The Black Pig and the Carrion Birds

“There are strong indications . . . that, in ancient times, the boar was held in great dread, or perhaps in great estimation.” 

W. G. Martin, Traces of the Elder Faiths of Ireland (1902)

“Not as a vulture but a dove
The Holy Ghost came from above.”

Henry Wadsworth Longfellow, Tales of a Wayside Inn (1863)

I was on the river Saturday afternoon, and from my canoe saw, among other things, the carcass of a dead black pig stretched out on the muddy river bank.  I cannot say why this black pig died, but can say its death was not lamented, since such black pigs are hereabouts abhorred as vermin and a pestilence.  They are, in fact, a feral breed descended from domestic swine that long ago escaped or were released into the wild.  The offspring of the liberated swine prospered in central Texas, where winters are mild and nuciferous trees are plentiful.  But even as they prospered, they were no longer esteemed as a ready source of easy meat, and were instead dreaded as rooting vermin that tore up the land.

Wild pigs are gregarious animals, and a roving and rooting company of these beasts is properly called a “sounder of swine.”  So we are told by George Turbervile in his Book of Hunting, published in 1575.  I cannot discover the root of this word sounder, but will say that a sounder is composed of a boar, his several sows, and their squealing litters of piglets.  Male piglets are expelled from the sounder in their third or fourth year, whereupon they become a “singler” or “hogsteer.”

These terms are applicable to wild pigs only, pigs penned or under the watchful eye of a swineherd are known simply as a herd.  Sir Arthur Conan Doyle noted the difference in one of his historical romances.

“No man of gentle birth would speak of a herd of swine; that is peasant speech.  If you drive them it is a herd.  If you hunt them . . . . one talks of a sounder of swine.”*

We can therefore see why wild pigs were held in both dread and esteem.   They were esteemed for their fighting spirit by men who esteemed a fighting spirit, and they were dreaded by peasants who esteemed nothing but a steady supply of bacon and turnips. 

* * * * *

I did not inspect the carcass on the river bank, and so cannot tell you if it was the remains of a stricken sow, a hapless hogsteer, or a decrepit and deposed boar.  But the carcass was being inspected by what is properly called a wake of vultures.  Vultures form a wake when they are gathered round a dead body, just as humans do.  Vultures gathered in a roost are called a committee, whereas vultures wheeling in the sky are called a kettle.  It is said that a vulture can smell the reek of a decomposing carcass from a mile overhead, and that a kettle of vultures is wheeling round this appetizing plume.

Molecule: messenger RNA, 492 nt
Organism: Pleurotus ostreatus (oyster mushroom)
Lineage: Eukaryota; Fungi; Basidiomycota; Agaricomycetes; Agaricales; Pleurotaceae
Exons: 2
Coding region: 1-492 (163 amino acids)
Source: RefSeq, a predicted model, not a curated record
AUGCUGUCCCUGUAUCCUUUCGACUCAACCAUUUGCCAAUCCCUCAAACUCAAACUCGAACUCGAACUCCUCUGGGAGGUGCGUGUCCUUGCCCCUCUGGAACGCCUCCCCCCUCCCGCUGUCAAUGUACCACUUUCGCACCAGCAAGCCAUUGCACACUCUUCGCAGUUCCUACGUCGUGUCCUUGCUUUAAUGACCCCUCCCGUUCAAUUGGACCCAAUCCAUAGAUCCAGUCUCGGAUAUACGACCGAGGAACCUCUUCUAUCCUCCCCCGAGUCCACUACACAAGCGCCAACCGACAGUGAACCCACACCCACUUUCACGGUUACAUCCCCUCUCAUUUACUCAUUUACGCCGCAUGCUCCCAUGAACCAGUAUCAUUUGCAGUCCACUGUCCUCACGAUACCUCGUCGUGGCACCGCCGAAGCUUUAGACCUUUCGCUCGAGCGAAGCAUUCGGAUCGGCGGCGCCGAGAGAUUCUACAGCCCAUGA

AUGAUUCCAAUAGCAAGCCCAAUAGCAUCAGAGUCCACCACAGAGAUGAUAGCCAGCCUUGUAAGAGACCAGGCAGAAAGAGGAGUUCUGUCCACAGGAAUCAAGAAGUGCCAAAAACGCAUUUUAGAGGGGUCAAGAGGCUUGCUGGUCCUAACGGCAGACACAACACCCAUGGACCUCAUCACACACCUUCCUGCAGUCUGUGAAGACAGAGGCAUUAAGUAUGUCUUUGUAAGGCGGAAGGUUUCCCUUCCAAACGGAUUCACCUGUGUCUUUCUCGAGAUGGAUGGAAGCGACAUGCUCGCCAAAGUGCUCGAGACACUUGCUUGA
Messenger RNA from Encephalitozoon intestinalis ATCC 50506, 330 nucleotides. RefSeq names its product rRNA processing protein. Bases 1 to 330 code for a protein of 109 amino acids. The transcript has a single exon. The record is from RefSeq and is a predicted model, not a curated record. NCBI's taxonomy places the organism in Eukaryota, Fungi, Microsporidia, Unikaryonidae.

Although vultures perform the valuable service of clearing the earth of noxious waste, we look upon them as filthy and loathsome creatures.  Indeed, if you approach a committee of vultures roosting in a tree, you will find that they have their own distinctive reek.  This comes of the fact that that their bodies are designed to disinfect their gory legs with regular showers of cleansing urine.  It is therefore unsurprising that we use the vulture to symbolize a vile disposition in ourselves.  This is not simply because vultures are associated with death, since men esteem many deadly beasts.  It is because the vulture is a beast that exploits death rather than inflicts it. 

Thus men who fatten on the misfortunes of others are called vultures, whether they strip the gear from dead and wounded soldiers, or strip the assets from desperate, friendless widows.  Lawyers are often likened to vultures because they seem to smell misery from a mile away, and then to descend on a dead or wounded person like a wake of these vile birds.

Longfellow thus used the vulture to symbolize the demonic opposite of the Holy Spirit, because the one comes to succor and the other to strip.

“Not as a vulture but a dove
The Holy Ghost came from above.”

* * * * *

The tableau that I the other day observed on the muddy bank of the Brazos therefore struck me as a portentous and ominous sign.  The ambiguous emblem of a black pig lay dead or dying in the mud, and, sensing its distress, a committee had risen from its roost and descended as vultures from above.

As I drifted past on the silent river, this wake of carrion birds was quarreling over which would have the privilege of tearing away the first strip of flesh.

*) Sir Arthur Conan Doyle, Sir Nigel (1906)


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